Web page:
NORTH BAY, Ont. — The redevelopment of Cassellholme hinges on a commitment to area residents to keep the long-term care home fully public, and “above all, open and frank dialogue. No more secret dealings with consultants and closed door votes,” says the Canadian Union of Public Employees (CUPE) Ontario.
For many months the nine municipalities, including the City of North Bay that contribute to the operation of Cassellholme — one of just a handful of municipal (public) nursing homes in north eastern Ontario — have discussed the home’s future.
“But discussion and votes on motions have essentially happened in secret. This needs to stop,” CUPE Ontario president Fred Hahn says. “Families with loved ones residing at Cassellholme and indeed the broader Nipissing community, the people who are the rightful owners of the public long-term care home, deserve to be part of a frank and transparent discussion about its future.”
CUPE’s repeated requests to get information about a process to transition Cassellholme from a public long-term care home where municipalities have a say on the level of care for residents, to a private, non-profit have met with “radio silence,” says Hahn. To that end, CUPE is filing formal freedom of information (FOI) requests with all the contributing municipalities.
That process began recently with the filing of an FOI with the North Bay clerk’s office. The request covers all correspondence, reports, motions and votes. Written FOIs to the other municipalities will soon follow.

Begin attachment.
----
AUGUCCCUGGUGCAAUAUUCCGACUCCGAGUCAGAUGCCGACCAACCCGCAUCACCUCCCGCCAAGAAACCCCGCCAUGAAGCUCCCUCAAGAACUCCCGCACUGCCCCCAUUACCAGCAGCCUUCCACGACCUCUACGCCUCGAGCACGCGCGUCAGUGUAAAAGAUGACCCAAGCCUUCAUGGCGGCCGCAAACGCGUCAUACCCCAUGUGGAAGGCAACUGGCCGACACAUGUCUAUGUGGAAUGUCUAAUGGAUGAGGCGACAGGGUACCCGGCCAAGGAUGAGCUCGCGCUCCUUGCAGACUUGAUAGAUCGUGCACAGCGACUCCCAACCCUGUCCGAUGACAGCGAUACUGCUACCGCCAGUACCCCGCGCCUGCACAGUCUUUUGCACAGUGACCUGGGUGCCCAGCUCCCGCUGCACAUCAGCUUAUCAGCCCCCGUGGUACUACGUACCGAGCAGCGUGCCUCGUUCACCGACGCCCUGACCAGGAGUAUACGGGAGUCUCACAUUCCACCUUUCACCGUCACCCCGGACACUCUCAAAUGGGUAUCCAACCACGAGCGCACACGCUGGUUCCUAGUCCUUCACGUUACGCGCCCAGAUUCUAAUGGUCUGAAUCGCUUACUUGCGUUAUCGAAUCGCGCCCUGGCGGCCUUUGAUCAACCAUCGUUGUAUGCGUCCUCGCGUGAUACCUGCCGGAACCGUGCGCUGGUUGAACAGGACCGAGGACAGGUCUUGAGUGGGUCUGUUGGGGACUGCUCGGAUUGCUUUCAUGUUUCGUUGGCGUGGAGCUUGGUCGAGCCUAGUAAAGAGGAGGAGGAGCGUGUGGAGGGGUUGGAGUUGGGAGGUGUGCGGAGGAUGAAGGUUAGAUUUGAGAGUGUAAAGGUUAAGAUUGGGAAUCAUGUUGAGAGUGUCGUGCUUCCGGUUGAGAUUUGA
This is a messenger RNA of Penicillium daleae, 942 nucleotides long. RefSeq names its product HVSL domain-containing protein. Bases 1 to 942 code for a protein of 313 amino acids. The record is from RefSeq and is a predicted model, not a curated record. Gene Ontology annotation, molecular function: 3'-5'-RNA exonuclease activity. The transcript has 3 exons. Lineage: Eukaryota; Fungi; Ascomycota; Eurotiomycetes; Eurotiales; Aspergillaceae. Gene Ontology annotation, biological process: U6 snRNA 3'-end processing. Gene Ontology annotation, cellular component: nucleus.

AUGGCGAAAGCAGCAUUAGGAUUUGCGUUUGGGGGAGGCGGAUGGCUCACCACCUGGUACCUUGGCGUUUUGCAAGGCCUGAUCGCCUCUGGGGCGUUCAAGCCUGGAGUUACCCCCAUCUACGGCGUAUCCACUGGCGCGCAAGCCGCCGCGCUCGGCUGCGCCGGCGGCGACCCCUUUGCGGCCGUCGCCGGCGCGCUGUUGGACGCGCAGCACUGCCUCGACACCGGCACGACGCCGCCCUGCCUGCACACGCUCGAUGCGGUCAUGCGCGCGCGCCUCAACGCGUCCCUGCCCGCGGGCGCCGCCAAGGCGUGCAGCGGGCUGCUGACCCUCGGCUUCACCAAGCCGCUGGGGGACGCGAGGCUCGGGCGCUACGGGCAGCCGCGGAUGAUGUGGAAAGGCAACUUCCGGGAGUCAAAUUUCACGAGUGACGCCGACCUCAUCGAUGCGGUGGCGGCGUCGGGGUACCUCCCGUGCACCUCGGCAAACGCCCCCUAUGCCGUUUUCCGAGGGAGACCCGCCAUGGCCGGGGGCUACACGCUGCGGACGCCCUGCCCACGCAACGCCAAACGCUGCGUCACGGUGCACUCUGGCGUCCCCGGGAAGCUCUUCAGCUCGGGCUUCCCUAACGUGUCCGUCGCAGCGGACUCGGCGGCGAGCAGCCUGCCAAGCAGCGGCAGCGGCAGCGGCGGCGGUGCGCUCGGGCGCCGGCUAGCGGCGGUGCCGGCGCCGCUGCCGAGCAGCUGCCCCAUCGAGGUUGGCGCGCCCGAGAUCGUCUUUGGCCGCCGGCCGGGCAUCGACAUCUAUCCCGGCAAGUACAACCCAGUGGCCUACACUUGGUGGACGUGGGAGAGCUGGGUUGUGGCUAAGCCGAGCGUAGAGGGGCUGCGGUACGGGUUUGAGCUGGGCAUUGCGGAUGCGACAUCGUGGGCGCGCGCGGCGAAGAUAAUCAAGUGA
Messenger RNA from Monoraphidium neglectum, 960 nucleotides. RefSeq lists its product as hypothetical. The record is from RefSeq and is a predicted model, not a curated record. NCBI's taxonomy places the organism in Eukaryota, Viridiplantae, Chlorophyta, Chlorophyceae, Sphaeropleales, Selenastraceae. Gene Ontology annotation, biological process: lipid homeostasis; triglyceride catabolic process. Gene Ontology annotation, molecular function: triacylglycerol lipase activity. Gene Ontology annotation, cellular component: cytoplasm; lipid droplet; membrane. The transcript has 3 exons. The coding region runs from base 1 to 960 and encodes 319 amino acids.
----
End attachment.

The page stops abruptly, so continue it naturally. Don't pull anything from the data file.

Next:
“We believe it’s in the best interest of all the municipalities, but particularly North Bay as the biggest contributor to Cassellholme, to end the current back door approach. No one is benefitting from this secret society, in the shadows discussion being promoted by Cassellholme’s separate board of directors and its hired consultant,” says Hahn. He’s optimistic that the FOI request is completed in a timely way and that documents are provided to “us without large tracts of redacted, blacked out sections. That would be an unfortunate and telling mistake, if it happens.”
At the end of last year the Cassellholme contributing municipalities had to agree to a “confidentiality agreement”, just to view the “proprietary” content of the consultant’s report.
Henri Giroux the president of CUPE 146 says the front line staff at Cassellholme want to work with the different municipalities to keep the home public. Giroux believes staff and the majority of Cassellholme residents’ families are opposed to applying to the province to make the home a non-profit, because that could decrease care levels for residents. “We encourage the municipalities, particularly North Bay, to stay the course and keep Cassellholme public,” he says.
Doing otherwise by supporting this divestment to a non-profit, say Hahn and Giroux, sends the wrong message to the province.
“The Cassellholme redevelopment doesn’t hinge on a divestment and designation change to a non-profit. It’s a false choice. Accepting this is like the municipalities are conceding defeat that the provincial government has no responsibility to fund municipalities properly so that we can renew our public infrastructure, like long-term care homes.” says Hahn.
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